HUMANS was excellent, yes... but stands a better chance in Short Form, if its fans can get behind a single strong episode.
Re: Humans - msconduct - Nov. 3rd, 2015 01:21 am (UTC) - Expand
Nov. 3rd, 2015 01:02 am (UTC)
Star Wars seems like a lock, but I thought the same thing back in 1999 before Phantom Menace came out, so I'm waiting and trying not to get my hopes up too much. The Force Awakens trailers make it look much better than Phantom Menace, but Hollywood has gotten so good at crafting great trailers for terrible films that I'm still worried.

Of course, '99 was a great year for this category, with Matrix, Sixth Sense, Being John Malkovich, Iron Giant, and the winning film, Galaxy Quest.
Nov. 3rd, 2015 05:08 am (UTC)
George, do you agree that the Hugo awards should have a videogame category? I mean, if they have "Best Fancast", why not games? There are great fantasy/sci-fi games coming out every year.
Nov. 3rd, 2015 06:58 am (UTC)
I don't think we should be adding any new Hugo categories unless we also eliminate some of the existing ones. The ceremony goes on too long as it is.
(no subject) - Kane Gregory - Nov. 3rd, 2015 08:38 am (UTC) - Expand
(no subject) - grrm - Nov. 3rd, 2015 05:19 pm (UTC) - Expand
(no subject) - dannydemiurge - Nov. 3rd, 2015 05:52 pm (UTC) - Expand
Nov. 3rd, 2015 05:47 am (UTC)
A Recommendation
For short fiction, I hope "Soup" by Chikodili Emulumadu gets some play (fantasy -- like a modern, dark fable). She's been nominated for a Shirley Jackson Award in the past. But a lot of Hugo voters might not read it because it doesn't appear in a traditional SFF mag.
Nov. 3rd, 2015 06:28 am (UTC)
Hugo's and an apology from me sorry if it's irrelevant
Mr. Martin

Your work as a novelist and screenwriter make me look like a complete dropkick, i'm sorry that i made you angry in the month of may by posting a link to my blog on my original account. It got reported and deleted and i'm sorry if i upset anyone. The Hugos have been an arena of controversy both sides are valid, Puppies and the Liberals. I have expressed my disaproval of websites you may like, both for and against the Puppies. I have disagreed with both of them. Again please tell me if i write something you disagree with. I don't know who reported me, i just disagreed with the Mary Sue, and if thats a crime ok fair enough. It could've been anyone. I'm not going to blame anyone because the fault is mine and mine alone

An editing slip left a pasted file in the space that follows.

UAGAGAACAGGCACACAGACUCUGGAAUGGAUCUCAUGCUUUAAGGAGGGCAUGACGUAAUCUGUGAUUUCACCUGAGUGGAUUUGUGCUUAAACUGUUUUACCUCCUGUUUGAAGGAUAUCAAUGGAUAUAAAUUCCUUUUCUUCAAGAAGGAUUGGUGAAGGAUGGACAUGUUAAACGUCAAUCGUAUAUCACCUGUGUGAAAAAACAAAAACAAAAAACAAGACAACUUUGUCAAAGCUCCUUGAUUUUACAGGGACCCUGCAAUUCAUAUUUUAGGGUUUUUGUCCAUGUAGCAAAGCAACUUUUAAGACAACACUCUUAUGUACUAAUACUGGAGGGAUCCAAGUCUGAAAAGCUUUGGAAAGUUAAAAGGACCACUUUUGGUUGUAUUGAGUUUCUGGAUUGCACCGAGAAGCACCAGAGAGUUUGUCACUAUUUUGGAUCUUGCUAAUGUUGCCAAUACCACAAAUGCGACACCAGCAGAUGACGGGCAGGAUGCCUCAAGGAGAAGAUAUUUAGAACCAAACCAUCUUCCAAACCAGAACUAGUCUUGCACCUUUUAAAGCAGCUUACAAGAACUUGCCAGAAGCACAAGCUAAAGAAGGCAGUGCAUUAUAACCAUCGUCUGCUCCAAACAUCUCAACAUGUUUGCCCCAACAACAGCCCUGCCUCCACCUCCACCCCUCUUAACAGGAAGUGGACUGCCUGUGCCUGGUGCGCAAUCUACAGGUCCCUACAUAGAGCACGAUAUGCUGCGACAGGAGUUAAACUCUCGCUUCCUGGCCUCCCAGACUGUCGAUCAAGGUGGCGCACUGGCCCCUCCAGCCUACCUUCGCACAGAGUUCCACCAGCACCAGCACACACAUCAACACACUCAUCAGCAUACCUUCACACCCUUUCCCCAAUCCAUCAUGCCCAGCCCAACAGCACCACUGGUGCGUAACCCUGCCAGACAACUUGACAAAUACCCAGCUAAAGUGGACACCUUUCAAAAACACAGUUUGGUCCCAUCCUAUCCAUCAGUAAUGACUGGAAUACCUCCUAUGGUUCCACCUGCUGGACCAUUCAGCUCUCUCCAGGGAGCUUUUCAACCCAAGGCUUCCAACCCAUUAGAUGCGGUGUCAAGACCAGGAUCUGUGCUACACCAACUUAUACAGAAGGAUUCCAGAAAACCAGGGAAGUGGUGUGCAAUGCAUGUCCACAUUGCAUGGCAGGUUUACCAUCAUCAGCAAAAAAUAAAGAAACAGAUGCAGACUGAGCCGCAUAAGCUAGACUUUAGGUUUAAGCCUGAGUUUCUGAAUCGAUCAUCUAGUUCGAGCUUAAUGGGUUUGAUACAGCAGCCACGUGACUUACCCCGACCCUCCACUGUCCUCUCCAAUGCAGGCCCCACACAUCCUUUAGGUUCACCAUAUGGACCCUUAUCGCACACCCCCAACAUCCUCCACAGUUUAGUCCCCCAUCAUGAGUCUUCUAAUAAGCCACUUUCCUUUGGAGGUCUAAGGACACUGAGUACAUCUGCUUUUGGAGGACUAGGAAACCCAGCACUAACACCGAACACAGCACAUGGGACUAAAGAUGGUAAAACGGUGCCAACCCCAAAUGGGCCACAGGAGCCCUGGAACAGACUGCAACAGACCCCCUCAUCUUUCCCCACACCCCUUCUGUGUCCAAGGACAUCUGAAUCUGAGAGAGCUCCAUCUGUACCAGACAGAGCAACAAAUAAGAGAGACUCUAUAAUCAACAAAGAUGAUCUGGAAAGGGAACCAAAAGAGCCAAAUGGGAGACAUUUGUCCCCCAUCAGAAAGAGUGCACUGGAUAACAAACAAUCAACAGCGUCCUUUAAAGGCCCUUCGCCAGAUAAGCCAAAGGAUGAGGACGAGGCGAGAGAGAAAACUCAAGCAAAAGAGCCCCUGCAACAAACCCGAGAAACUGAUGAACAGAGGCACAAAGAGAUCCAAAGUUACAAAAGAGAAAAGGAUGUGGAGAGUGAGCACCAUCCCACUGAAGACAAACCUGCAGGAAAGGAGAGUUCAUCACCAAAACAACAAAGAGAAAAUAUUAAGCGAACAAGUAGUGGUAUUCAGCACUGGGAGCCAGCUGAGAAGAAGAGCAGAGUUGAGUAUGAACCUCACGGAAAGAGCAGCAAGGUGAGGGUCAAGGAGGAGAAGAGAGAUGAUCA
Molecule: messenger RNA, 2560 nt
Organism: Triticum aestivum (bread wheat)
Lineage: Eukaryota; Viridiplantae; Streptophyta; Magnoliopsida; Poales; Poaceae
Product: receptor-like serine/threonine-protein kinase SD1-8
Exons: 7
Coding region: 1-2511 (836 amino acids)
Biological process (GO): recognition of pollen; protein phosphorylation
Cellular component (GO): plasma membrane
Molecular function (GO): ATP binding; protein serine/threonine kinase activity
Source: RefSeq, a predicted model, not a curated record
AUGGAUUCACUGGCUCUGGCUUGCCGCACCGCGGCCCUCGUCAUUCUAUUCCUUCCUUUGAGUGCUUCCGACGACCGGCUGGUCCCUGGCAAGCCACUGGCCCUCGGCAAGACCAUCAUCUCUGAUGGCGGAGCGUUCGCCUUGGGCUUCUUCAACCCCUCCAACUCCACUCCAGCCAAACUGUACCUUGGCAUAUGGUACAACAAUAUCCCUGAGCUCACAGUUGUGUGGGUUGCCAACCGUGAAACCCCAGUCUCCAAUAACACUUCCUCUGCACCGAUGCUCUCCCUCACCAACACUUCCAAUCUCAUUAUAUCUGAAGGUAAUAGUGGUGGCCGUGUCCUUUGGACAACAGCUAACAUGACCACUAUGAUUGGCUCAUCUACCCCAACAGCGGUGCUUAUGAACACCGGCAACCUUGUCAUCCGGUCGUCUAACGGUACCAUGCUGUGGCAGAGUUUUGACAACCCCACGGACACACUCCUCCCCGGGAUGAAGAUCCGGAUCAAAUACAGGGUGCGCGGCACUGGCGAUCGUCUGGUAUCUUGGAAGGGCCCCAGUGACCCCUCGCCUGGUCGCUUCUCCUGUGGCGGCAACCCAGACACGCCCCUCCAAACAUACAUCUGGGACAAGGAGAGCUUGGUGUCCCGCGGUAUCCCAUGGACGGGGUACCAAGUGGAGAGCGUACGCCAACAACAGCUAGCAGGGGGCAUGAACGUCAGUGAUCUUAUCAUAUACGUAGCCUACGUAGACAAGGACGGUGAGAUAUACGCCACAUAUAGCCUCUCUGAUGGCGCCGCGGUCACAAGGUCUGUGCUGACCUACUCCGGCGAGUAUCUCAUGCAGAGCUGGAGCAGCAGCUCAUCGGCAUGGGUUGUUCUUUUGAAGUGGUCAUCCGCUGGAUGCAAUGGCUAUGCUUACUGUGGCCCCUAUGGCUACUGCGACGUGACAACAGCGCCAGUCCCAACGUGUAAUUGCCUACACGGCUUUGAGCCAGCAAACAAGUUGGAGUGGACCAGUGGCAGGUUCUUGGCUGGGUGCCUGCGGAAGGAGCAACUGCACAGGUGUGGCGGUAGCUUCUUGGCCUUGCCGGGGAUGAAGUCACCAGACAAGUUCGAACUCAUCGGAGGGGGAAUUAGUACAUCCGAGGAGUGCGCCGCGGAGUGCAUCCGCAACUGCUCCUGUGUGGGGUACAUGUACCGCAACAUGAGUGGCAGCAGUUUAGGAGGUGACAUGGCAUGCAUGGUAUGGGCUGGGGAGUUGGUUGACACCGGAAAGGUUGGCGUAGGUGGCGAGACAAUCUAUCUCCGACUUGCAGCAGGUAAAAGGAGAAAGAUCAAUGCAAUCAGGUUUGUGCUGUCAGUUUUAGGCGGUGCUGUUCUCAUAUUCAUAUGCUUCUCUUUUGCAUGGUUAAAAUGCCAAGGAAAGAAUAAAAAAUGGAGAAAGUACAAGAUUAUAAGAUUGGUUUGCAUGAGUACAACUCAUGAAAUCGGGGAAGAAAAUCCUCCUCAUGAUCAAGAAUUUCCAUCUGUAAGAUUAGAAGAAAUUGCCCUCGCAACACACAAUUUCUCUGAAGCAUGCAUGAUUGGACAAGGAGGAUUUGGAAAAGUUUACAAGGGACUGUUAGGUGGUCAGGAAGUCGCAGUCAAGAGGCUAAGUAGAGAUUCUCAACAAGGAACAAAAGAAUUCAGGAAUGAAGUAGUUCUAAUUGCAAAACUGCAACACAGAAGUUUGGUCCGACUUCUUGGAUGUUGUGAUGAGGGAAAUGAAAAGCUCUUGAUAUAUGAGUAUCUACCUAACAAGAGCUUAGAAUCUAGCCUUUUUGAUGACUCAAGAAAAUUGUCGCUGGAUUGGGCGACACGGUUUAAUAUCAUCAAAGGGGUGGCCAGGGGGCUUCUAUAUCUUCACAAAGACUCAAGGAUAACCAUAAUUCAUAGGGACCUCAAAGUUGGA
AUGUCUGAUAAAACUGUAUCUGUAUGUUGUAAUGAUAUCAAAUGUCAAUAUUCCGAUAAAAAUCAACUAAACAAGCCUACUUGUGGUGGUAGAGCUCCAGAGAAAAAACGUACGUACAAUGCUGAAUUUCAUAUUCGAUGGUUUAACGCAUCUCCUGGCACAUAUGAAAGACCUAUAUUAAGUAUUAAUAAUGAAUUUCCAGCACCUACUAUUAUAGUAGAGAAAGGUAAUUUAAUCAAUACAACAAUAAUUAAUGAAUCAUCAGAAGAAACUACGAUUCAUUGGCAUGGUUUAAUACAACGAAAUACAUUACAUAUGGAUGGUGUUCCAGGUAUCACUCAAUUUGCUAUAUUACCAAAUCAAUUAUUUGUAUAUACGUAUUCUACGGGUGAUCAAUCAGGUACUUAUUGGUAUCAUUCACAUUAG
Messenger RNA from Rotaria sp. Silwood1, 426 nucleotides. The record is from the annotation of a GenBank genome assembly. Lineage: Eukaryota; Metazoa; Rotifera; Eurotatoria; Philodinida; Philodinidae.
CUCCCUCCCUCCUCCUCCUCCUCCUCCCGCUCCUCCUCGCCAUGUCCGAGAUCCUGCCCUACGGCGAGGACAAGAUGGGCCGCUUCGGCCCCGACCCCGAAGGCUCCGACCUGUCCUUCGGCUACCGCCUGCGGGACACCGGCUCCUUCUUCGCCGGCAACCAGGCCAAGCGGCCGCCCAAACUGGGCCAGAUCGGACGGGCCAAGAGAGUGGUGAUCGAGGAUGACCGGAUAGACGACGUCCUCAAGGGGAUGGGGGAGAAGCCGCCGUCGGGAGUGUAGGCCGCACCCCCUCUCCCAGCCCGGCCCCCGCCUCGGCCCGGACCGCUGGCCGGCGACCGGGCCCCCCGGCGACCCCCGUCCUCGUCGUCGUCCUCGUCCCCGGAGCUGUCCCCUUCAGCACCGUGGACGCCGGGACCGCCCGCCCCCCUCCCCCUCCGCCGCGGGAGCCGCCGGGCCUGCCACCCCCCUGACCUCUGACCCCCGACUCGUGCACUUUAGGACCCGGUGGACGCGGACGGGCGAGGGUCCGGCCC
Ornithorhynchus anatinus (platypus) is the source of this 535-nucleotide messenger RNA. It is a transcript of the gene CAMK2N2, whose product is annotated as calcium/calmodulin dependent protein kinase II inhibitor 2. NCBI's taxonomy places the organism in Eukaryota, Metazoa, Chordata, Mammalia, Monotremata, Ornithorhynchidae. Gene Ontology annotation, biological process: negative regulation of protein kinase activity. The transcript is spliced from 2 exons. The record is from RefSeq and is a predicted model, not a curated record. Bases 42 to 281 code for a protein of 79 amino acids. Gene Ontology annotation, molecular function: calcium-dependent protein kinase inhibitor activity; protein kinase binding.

Nov. 3rd, 2015 07:00 am (UTC)
Re: Hugo's and an apology from me sorry if it's irrelevant
I have no idea what post you are referring to. No one "reported" anyone. My assistants and I decide which posts get unscreened and which are deleted. There are a number of reasons why a comment might be removed... some as simple as being off topic, so no "crime" may be involved. I have asked many times for comments to stay on topic.
Nov. 3rd, 2015 08:57 am (UTC)
Thanks for the post Free counters!
Free counters!
kieran sterling
Nov. 3rd, 2015 08:59 am (UTC)
ex martiana
This will be the first year I vote for the Hugos. It would be great if Star Wars ends up being an awesome movie worthy of a nomination and a win, because I'd love to see the magic return to that franchise, especially with some of the original cast.

But so far this year there were excellent movies that were fun and thoughtful and will be hard to beat. They've already been mentioned.

Fury Road, was to me one of the best in the Mad Max series. I'm not as big into apocalyptic scifi or extended car chases so MM was always working from a deficit position for me. But this one used the elements well. If SW restarts as well as MM just did, then it could win.

Ex Machina, was fantastic. I had a short story published this year related to AI (particularly capturing consciousness in synthetic form) and kept worrying if it would step all over the points I made. It didn't and I loved that I could not guess where it was going to come out at the end. And it worked wonders with minimal effects. It was subtle. CHAPPIE, the other major AI movie, while visually well done and fun enough, was basically effects driven and so did not match ExM's solid storytelling.

The Martian. I never read the book, but the movie delivered everything I had hoped Interstellar was going to deliver. Genuine love of exploration and science, despite the dangers. Minimal science flaws kept it off my eye-roll radar.

At the moment, Ex Machina and the Martian are tied to me for the top spot. The Martian might edge out ExM at the last moment, simply because it had realistic science and a positive message. The only way ExM might edge out Martian is because it was not an adaptation, and so a great work originally delivered in that format (is that a valid point?). But they were both excellent pieces of filmmaking, period.
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George R.R. Martin